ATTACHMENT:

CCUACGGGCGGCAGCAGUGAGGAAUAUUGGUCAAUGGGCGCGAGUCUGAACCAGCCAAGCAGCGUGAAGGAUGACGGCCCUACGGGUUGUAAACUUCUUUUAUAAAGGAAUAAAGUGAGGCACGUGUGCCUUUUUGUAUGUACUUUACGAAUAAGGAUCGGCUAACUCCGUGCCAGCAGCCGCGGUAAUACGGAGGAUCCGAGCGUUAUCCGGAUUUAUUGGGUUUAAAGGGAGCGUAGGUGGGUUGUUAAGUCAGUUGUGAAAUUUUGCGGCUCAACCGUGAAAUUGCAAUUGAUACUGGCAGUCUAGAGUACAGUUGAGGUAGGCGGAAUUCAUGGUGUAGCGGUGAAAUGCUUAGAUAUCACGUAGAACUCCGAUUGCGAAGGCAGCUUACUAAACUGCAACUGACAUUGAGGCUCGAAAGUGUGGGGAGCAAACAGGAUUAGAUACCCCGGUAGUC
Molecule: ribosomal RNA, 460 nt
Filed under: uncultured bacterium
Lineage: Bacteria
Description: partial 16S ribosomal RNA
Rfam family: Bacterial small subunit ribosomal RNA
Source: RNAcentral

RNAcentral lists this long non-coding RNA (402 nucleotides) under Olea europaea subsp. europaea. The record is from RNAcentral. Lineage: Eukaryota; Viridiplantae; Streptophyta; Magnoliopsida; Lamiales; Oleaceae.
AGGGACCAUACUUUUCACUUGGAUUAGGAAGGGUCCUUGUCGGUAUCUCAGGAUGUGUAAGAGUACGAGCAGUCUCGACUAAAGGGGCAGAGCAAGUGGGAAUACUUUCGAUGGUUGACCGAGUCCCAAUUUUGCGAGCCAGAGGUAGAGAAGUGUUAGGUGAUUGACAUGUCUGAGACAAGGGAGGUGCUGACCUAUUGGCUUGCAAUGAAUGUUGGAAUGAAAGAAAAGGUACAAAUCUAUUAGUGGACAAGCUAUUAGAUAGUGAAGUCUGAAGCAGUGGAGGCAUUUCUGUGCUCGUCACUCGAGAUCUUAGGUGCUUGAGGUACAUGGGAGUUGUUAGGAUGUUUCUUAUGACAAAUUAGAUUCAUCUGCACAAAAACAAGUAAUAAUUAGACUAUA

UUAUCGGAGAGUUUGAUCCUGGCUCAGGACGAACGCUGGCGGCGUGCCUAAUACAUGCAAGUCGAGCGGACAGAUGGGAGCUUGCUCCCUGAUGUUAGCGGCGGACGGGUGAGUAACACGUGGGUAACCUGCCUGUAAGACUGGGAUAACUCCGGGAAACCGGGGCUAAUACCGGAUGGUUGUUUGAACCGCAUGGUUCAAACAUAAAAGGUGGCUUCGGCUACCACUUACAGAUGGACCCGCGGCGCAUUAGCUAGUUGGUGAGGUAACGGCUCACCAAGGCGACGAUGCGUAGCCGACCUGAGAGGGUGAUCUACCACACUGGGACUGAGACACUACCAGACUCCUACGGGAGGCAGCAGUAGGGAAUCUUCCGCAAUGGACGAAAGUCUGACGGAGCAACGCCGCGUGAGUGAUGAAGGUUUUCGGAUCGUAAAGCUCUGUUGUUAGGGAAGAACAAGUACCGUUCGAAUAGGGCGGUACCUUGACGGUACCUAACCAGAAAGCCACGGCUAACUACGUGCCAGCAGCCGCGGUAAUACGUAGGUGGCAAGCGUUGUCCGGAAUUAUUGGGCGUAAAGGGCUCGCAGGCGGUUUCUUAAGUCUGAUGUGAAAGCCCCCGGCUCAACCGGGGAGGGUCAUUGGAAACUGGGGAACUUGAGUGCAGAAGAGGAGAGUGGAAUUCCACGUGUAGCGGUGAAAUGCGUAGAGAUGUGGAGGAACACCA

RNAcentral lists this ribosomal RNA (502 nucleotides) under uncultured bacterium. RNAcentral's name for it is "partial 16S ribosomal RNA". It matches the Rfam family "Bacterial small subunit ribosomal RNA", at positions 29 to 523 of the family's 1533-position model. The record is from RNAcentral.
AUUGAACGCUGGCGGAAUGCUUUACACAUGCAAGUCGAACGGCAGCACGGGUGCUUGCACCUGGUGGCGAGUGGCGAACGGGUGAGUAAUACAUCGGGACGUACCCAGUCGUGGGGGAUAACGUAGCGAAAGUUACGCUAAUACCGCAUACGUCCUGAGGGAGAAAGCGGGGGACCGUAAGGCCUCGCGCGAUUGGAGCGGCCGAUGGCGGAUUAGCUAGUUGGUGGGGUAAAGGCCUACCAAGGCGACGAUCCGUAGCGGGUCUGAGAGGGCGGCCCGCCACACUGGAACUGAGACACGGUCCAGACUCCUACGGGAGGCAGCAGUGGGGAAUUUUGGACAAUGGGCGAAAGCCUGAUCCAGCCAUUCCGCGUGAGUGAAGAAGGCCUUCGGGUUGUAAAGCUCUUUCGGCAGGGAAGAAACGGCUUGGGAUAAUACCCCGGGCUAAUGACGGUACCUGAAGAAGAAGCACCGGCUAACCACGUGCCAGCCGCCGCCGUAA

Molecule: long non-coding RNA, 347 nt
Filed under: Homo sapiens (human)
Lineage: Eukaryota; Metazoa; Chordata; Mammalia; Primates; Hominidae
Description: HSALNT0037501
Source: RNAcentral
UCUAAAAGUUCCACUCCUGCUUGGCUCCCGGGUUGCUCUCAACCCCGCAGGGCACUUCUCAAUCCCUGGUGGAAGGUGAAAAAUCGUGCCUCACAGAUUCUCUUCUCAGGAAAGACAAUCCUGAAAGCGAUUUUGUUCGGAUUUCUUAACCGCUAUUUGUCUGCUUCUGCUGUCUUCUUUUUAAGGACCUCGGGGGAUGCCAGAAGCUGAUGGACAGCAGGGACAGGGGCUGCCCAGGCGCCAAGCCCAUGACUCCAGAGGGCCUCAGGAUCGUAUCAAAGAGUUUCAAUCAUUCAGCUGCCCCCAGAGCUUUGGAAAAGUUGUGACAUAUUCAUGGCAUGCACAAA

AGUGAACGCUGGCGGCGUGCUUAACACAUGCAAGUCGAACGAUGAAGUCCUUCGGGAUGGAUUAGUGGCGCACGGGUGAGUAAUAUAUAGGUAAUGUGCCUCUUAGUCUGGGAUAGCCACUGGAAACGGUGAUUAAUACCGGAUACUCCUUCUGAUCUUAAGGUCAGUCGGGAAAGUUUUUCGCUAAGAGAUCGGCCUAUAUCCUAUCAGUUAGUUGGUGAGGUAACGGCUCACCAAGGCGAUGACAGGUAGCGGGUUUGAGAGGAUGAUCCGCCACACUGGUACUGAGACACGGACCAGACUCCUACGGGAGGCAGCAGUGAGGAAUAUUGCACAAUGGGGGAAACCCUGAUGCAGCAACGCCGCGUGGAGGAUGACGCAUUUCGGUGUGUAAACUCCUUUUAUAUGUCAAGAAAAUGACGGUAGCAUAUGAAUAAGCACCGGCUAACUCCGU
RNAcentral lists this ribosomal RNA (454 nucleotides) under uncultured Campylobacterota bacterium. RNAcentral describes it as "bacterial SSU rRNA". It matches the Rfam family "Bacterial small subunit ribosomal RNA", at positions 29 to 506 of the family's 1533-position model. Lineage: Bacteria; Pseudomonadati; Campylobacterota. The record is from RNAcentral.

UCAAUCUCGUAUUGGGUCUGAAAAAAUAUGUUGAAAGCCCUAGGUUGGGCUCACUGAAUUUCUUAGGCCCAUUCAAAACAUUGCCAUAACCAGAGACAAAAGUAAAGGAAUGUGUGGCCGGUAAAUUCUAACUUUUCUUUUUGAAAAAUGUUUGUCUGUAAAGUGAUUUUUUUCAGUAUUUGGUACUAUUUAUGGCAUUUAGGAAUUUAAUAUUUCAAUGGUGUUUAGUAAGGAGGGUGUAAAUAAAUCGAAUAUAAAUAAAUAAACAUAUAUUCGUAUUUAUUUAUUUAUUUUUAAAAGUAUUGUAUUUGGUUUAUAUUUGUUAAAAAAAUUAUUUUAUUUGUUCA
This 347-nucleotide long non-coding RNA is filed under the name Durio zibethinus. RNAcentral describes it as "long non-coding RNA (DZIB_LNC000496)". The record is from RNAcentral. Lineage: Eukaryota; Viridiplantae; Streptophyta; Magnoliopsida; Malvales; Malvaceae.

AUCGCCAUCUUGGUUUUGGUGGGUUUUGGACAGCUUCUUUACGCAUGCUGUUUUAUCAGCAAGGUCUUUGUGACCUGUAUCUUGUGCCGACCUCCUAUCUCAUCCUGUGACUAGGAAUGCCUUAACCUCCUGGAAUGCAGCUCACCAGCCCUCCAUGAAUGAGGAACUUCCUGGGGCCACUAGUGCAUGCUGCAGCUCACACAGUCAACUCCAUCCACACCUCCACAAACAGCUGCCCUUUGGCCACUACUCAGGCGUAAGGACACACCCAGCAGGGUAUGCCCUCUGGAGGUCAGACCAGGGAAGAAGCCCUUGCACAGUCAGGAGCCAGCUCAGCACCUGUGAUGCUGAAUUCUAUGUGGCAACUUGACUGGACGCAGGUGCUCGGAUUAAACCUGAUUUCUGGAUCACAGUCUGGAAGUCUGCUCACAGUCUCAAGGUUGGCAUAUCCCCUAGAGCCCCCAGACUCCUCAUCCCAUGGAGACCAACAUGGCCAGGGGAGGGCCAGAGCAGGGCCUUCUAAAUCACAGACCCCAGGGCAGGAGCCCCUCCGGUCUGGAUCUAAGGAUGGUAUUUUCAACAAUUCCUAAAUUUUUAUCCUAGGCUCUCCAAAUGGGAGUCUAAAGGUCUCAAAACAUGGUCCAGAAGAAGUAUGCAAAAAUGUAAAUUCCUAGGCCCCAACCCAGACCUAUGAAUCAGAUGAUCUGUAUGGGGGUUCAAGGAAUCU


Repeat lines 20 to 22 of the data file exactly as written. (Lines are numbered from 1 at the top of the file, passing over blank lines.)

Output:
RNAcentral lists this ribosomal RNA (454 nucleotides) under uncultured Campylobacterota bacterium. RNAcentral describes it as "bacterial SSU rRNA". It matches the Rfam family "Bacterial small subunit ribosomal RNA", at positions 29 to 506 of the family's 1533-position model. Lineage: Bacteria; Pseudomonadati; Campylobacterota. The record is from RNAcentral.

UCAAUCUCGUAUUGGGUCUGAAAAAAUAUGUUGAAAGCCCUAGGUUGGGCUCACUGAAUUUCUUAGGCCCAUUCAAAACAUUGCCAUAACCAGAGACAAAAGUAAAGGAAUGUGUGGCCGGUAAAUUCUAACUUUUCUUUUUGAAAAAUGUUUGUCUGUAAAGUGAUUUUUUUCAGUAUUUGGUACUAUUUAUGGCAUUUAGGAAUUUAAUAUUUCAAUGGUGUUUAGUAAGGAGGGUGUAAAUAAAUCGAAUAUAAAUAAAUAAACAUAUAUUCGUAUUUAUUUAUUUAUUUUUAAAAGUAUUGUAUUUGGUUUAUAUUUGUUAAAAAAAUUAUUUUAUUUGUUCA
This 347-nucleotide long non-coding RNA is filed under the name Durio zibethinus. RNAcentral describes it as "long non-coding RNA (DZIB_LNC000496)". The record is from RNAcentral. Lineage: Eukaryota; Viridiplantae; Streptophyta; Magnoliopsida; Malvales; Malvaceae.